Cricket

Woman targets men's cricket

2013-01-14 20:55
Sarah Taylor (AFP)

London - England women's wicketkeeper Sarah Taylor is holding talks about the prospect of playing for Sussex's men's 2nd XI in the upcoming domestic season, The Guardian newspaper said on Monday.

Taylor, one of the leading players in international women's cricket, is set to travel to India later this week as a member of an England squad who will be defending the 50-over World Cup title they won in Australia.

The 23-year-old played her school cricket for Sussex-based Brighton College, where former pupils include ex-England women's captain Clare Connor.

Now Taylor is being championed in her quest to play men's county 2nd XI cricket - just one rung below first-class standard - by England women's coach Mark Lane.

"Mark is looking at me getting some games with the second XI at Sussex and that will be just phenomenal cricket," Taylor said in an interview published on The Guardian's website.

"The plan is also for me to play some early season games for the MCC (Marylebone Cricket Club) boys. Mark is trying to get me a lot of men's cricket which can only help my game.

"It's just a case of here could be an opportunity for me. Someone at Sussex approached Mark and asked if there was anyone who could keep (wicket) and Laney, being Laney, was quick to back me.

"It's daunting but it's brilliant that he backs me to do it in men's cricket. The MCC also approached him about me playing for them. Part of me knows it would be phenomenal. But there's part of me doubting myself.

"I've just got to start believing in myself a little bit more. But I would love to do it. It would be such a challenge."

Former England seamer Mike Selvey, now a cricket correspondent at The Guardian, has suggested Taylor is the one woman whose skills as both a wicketkeeper and batsman could conceivably allow her to play first-class cricket.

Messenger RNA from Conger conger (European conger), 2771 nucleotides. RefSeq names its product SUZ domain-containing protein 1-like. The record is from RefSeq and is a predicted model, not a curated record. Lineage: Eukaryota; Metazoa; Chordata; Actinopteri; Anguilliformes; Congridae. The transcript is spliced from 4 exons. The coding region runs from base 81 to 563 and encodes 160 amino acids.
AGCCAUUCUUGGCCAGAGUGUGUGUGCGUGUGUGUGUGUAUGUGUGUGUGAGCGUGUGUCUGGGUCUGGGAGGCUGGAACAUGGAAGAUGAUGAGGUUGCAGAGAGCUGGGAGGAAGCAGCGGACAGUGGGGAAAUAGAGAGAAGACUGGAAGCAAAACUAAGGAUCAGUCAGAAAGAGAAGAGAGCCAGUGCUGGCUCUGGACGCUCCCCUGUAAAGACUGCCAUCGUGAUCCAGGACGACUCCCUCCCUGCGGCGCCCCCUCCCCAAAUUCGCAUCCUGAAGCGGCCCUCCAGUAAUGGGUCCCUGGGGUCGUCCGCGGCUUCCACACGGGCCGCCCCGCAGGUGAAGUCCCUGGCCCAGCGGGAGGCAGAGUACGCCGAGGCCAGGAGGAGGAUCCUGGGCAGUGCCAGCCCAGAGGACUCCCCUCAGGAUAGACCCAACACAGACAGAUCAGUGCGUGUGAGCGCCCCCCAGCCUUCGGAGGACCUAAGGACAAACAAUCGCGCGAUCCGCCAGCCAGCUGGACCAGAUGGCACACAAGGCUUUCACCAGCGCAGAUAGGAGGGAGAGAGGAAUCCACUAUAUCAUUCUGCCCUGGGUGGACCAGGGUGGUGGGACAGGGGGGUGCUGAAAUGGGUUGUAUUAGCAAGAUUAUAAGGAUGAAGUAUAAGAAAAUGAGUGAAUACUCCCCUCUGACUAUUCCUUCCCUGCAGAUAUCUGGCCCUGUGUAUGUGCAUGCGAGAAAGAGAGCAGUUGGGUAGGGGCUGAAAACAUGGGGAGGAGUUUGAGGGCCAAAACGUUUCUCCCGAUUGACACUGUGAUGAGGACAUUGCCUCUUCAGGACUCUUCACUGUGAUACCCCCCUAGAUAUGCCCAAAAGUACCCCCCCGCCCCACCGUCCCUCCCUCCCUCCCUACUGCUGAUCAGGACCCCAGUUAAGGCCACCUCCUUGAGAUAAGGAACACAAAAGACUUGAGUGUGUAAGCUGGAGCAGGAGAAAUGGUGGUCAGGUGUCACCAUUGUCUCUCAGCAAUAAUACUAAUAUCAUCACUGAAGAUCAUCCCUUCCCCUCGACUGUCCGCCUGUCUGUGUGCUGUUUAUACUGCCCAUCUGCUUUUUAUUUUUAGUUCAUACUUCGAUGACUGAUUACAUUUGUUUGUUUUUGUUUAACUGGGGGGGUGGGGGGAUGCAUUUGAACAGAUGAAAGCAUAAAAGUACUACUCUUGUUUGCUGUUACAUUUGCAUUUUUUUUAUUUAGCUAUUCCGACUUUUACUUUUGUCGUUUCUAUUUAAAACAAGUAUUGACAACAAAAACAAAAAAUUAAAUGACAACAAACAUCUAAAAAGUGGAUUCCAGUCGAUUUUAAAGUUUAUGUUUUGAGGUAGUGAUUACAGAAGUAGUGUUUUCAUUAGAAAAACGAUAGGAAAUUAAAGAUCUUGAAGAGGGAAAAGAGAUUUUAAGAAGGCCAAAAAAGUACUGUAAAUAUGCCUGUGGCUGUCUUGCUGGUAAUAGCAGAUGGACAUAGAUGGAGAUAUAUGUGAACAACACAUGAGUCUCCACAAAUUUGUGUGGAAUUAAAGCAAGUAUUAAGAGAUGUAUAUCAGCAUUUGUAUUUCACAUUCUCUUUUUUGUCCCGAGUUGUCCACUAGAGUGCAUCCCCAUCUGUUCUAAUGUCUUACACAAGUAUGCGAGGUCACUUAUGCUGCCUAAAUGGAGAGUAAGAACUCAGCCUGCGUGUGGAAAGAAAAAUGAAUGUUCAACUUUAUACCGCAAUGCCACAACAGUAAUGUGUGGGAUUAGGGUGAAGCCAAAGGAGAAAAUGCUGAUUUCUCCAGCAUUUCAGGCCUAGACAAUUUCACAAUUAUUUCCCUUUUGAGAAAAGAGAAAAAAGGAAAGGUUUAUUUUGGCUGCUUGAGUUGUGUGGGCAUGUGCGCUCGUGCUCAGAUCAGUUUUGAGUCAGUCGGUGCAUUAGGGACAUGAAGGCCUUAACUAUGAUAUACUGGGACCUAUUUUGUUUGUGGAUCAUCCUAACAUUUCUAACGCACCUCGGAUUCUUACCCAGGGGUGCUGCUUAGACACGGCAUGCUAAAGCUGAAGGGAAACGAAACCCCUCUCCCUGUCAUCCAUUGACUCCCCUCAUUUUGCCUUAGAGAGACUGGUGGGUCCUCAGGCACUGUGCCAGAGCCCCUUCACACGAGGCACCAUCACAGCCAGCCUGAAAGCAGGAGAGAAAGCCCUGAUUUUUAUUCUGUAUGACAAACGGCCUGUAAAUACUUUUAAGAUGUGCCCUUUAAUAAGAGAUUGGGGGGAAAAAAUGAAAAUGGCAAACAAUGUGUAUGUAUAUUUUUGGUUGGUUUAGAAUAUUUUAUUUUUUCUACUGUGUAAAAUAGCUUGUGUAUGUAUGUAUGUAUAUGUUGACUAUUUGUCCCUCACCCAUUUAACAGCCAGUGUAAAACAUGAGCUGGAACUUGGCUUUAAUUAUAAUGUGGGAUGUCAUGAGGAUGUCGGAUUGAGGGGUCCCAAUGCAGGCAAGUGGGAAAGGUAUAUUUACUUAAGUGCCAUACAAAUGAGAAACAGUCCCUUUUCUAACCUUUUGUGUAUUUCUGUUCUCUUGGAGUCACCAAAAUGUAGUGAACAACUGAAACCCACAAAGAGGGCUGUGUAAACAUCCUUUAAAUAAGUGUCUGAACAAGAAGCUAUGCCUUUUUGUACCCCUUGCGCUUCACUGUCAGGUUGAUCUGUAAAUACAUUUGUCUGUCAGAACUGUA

Many women who have been dominant figures in gender-segregated sports have been attracted to the challenge of competing against men, whose generally greater physical strength is reckoned to give them a huge advantage, after sweeping all before them in women-only events.

For example four-time overall women's World Cup skiing champion Lindsey Vonn is trying to persuade officials to let her race against men.

But US golfer Michelle Wie's forays into male tournaments have been largely unsuccessful, with the 23-year-old making only one cut in a men's event.

Sports that have long been gender neutral, such as equestrianism, have seen women frequently defeat men, with female riders led by champion Charlotte Dujardin of Great Britain taking all three podium places in the individual dressage at last year's London Olympic Games.

But in sports usually separated by gender, there have been concerns that female participation in men's events would damage the profile of all-women competitions, which generally struggle for media coverage and sponsorship in comparison to their male equivalents.

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